New York’s Pinstripe Bowl for ‘rewarded’ Mountaineers

It’s the new Yankee Stadium for West Virginia’s bowl caravan. The Pinstripe Bowl as the sun sets behind the outfield fence in the Bronx at about 3:15 p.m. Renewing acquaintances with old Big East rival, Syracuse.

Kansas’ James Sims (29) is tackled by West Virginia’s Darwin Cook
(25) in the Mountaineers’ 59-10 win over the Jayhawks. WVU accepted a bid to play in the Dec. 29 Pinstripe Bowl in New York.

Kansas State is the Big 12 champion. The Wildcats go to the Fiesta Bowl in Arizona to face quicksilver Oregon.

The Pinstripe Bowl in New York on Saturday, Dec. 29. It’s not much more temperate San Diego, Tempe, Charlotte, Houston, San Antonio, Memphis, Dallas, or Arlington (Texas) where the other eight Big 12 bowl-attending teams landed.

It’s new Yankee Stadium — without the ghosts of Joe DiMaggio, Babe Ruth, Lefty Gomez, Miller Huggins, or even George Steinbrenner floating through the slats of the facade above the third deck of stands in right field.

The old Yankee Stadium, built in Ruth’s heyday in 1923, even had former Mountaineers Danny Buggs, Jeff Hostetler, and Sam Huff winning games there for the New York Football Giants.

But this is the newer Yankee Stadium with its loges, luxury boxes, and damp turf that will ge flung in all directions by two teams that would rather be playing elsewhere as their rewards for winning seasons.

The old place hosted the NFL championship game in 1958 between the Johnny Unitas-led Baltimore Colts and the New York Giants of Andy Robustelli and Chuckin’ Charley Connerly. That overtime win by the Colts has been called “The Game of the Century” and has resisted all efforts to displace it from its hallowed place in history.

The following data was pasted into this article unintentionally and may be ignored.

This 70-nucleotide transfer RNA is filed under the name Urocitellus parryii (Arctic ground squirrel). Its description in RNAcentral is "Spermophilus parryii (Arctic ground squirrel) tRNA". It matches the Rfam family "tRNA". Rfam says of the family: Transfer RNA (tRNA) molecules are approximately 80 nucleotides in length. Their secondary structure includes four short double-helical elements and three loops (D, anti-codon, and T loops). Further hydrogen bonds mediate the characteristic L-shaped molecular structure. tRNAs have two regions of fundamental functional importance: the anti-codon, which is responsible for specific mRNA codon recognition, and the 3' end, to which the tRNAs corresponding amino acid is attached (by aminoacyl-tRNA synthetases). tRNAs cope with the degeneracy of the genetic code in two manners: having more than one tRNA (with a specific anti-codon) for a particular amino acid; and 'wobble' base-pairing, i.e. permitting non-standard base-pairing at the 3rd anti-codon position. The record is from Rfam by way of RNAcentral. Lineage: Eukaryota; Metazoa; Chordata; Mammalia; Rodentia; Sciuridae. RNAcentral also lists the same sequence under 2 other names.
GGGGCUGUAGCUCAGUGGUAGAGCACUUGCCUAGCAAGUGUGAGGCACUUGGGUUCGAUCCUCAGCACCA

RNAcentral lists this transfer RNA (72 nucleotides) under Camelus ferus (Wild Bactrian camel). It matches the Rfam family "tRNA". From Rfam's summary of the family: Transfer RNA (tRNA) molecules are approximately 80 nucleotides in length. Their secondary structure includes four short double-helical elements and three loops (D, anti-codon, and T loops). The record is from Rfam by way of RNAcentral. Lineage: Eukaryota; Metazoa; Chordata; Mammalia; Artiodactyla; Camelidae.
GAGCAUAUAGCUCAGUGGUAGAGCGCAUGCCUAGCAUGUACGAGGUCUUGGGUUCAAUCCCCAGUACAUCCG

This is the 2012 Pinstripe Bowl. Between Geno Smith, Tavon Austin, Stedman Bailey, Dana Holgorsen, and an often-porous Mountaineer defense and the Syracuse Orange with the same 7-5 record as West Virginia totes into the Big Apple.

Syracuse had a 5-2 Big East record, and that tied for first place. Near the end of the season, the Orange were standing still with a 3-4 overall record but they closed with consecutive wins over Louisville, Missouri, and Temple to gain a league championship with several others.

The Orange losses were to Northwestern by a point, to Southern California, to Minnesota, to Rutgers, and to Cincinnati — all bowl teams, as the Syracuse propaganda team will surely point out to the ticket-buying public.

West Virginia’s collection of athletic administrators, school hierarchy, coaches, players, and bowl travelers wished for a bowl reward in an area more conducive to outdoor activities and attractions than Battery Point and Sheepshead Bay after Hurricane Sandy tore through the city.

But there is no Holiday Bowl in San Diego. No Meineke Car Care Bowl in Houston. No Alamo Bowl in San Antonio. No Buffalo Wild Wings Bowl in Tempe. No Liberty Bowl in Memphis. No Heart of Dallas Bowl in Dallas. No Cotton Bowl in Dallas.

West Virginia’s 7-5 record was the same as Oklahoma State had. Same as TCU had. Same as Texas Tech had. And better than Iowa State’s 6-6 mark. And West Virginia has to find its way to the Pinstripe Bowl in The Bronx on Dec. 29.

The bowls that kept passing on the Mountaineers might have scanned the Orange Bowl ledgers and found that West Virginia could not sell all its allotted tickets for its January, 2012 date with Clemson. And how many alumni in places like Tempe, Memphis, and Houston would be scooping up tickets for a bowl game this year?

It’s the Pinstripe Bowl. With sightlines not all that great for baseball much less the one football game played all year in Yankee Stadium.

Get your $250 per night hotel room way off broadway. Take your cab or the subway out to Yankee Stadium. Come back to your digs after the game by the same mode of transportation that got you there through the chill and wind of the big city.Take a tourist jaunt over to Staten Island or by the shoreline in Brooklyn.

And sit through the cold and wind . . . while the other Big 12 fans are bowling in San Diego, Dallas, or Arizona.

 

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